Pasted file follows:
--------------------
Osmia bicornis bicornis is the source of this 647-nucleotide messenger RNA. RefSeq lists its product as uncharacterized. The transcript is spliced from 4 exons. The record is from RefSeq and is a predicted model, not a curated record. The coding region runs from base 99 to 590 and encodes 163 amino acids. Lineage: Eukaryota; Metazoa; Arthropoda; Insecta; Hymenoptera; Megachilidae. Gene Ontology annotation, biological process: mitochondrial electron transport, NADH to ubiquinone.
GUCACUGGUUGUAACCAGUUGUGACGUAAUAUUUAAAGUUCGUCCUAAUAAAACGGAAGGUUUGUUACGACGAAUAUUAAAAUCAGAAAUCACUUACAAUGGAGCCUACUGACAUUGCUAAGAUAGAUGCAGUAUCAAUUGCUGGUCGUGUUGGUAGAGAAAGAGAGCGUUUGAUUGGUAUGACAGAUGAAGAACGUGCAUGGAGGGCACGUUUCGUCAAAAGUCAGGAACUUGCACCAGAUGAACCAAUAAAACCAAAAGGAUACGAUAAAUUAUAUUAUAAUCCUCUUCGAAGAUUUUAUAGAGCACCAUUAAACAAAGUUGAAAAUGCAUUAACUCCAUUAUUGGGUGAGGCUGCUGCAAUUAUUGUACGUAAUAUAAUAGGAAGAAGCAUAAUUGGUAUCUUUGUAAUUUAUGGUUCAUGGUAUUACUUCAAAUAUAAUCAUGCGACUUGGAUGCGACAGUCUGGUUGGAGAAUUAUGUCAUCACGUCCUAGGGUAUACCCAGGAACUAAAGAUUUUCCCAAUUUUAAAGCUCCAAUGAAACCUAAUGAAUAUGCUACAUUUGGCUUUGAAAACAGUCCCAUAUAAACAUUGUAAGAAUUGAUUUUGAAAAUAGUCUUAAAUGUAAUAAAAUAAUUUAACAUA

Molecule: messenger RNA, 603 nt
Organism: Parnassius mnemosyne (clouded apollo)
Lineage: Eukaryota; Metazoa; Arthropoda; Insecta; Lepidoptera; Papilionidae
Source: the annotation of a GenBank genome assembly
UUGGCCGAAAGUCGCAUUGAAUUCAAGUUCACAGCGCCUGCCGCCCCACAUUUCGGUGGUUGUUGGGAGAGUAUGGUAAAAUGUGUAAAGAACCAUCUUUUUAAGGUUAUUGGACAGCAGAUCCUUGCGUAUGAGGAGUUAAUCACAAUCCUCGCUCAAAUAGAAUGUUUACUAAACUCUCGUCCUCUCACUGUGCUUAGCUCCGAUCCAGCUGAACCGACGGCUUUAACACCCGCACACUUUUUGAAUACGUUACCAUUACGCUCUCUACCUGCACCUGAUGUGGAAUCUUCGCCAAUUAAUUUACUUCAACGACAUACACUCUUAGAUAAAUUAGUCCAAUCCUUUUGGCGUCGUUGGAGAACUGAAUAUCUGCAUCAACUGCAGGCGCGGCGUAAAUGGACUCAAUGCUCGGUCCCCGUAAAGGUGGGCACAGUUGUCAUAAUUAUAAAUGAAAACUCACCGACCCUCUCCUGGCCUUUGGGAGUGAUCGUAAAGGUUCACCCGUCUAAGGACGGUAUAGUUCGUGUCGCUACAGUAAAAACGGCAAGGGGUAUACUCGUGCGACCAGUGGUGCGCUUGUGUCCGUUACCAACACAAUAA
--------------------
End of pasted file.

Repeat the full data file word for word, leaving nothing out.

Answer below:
Osmia bicornis bicornis is the source of this 647-nucleotide messenger RNA. RefSeq lists its product as uncharacterized. The transcript is spliced from 4 exons. The record is from RefSeq and is a predicted model, not a curated record. The coding region runs from base 99 to 590 and encodes 163 amino acids. Lineage: Eukaryota; Metazoa; Arthropoda; Insecta; Hymenoptera; Megachilidae. Gene Ontology annotation, biological process: mitochondrial electron transport, NADH to ubiquinone.
GUCACUGGUUGUAACCAGUUGUGACGUAAUAUUUAAAGUUCGUCCUAAUAAAACGGAAGGUUUGUUACGACGAAUAUUAAAAUCAGAAAUCACUUACAAUGGAGCCUACUGACAUUGCUAAGAUAGAUGCAGUAUCAAUUGCUGGUCGUGUUGGUAGAGAAAGAGAGCGUUUGAUUGGUAUGACAGAUGAAGAACGUGCAUGGAGGGCACGUUUCGUCAAAAGUCAGGAACUUGCACCAGAUGAACCAAUAAAACCAAAAGGAUACGAUAAAUUAUAUUAUAAUCCUCUUCGAAGAUUUUAUAGAGCACCAUUAAACAAAGUUGAAAAUGCAUUAACUCCAUUAUUGGGUGAGGCUGCUGCAAUUAUUGUACGUAAUAUAAUAGGAAGAAGCAUAAUUGGUAUCUUUGUAAUUUAUGGUUCAUGGUAUUACUUCAAAUAUAAUCAUGCGACUUGGAUGCGACAGUCUGGUUGGAGAAUUAUGUCAUCACGUCCUAGGGUAUACCCAGGAACUAAAGAUUUUCCCAAUUUUAAAGCUCCAAUGAAACCUAAUGAAUAUGCUACAUUUGGCUUUGAAAACAGUCCCAUAUAAACAUUGUAAGAAUUGAUUUUGAAAAUAGUCUUAAAUGUAAUAAAAUAAUUUAACAUA

Molecule: messenger RNA, 603 nt
Organism: Parnassius mnemosyne (clouded apollo)
Lineage: Eukaryota; Metazoa; Arthropoda; Insecta; Lepidoptera; Papilionidae
Source: the annotation of a GenBank genome assembly
UUGGCCGAAAGUCGCAUUGAAUUCAAGUUCACAGCGCCUGCCGCCCCACAUUUCGGUGGUUGUUGGGAGAGUAUGGUAAAAUGUGUAAAGAACCAUCUUUUUAAGGUUAUUGGACAGCAGAUCCUUGCGUAUGAGGAGUUAAUCACAAUCCUCGCUCAAAUAGAAUGUUUACUAAACUCUCGUCCUCUCACUGUGCUUAGCUCCGAUCCAGCUGAACCGACGGCUUUAACACCCGCACACUUUUUGAAUACGUUACCAUUACGCUCUCUACCUGCACCUGAUGUGGAAUCUUCGCCAAUUAAUUUACUUCAACGACAUACACUCUUAGAUAAAUUAGUCCAAUCCUUUUGGCGUCGUUGGAGAACUGAAUAUCUGCAUCAACUGCAGGCGCGGCGUAAAUGGACUCAAUGCUCGGUCCCCGUAAAGGUGGGCACAGUUGUCAUAAUUAUAAAUGAAAACUCACCGACCCUCUCCUGGCCUUUGGGAGUGAUCGUAAAGGUUCACCCGUCUAAGGACGGUAUAGUUCGUGUCGCUACAGUAAAAACGGCAAGGGGUAUACUCGUGCGACCAGUGGUGCGCUUGUGUCCGUUACCAACACAAUAA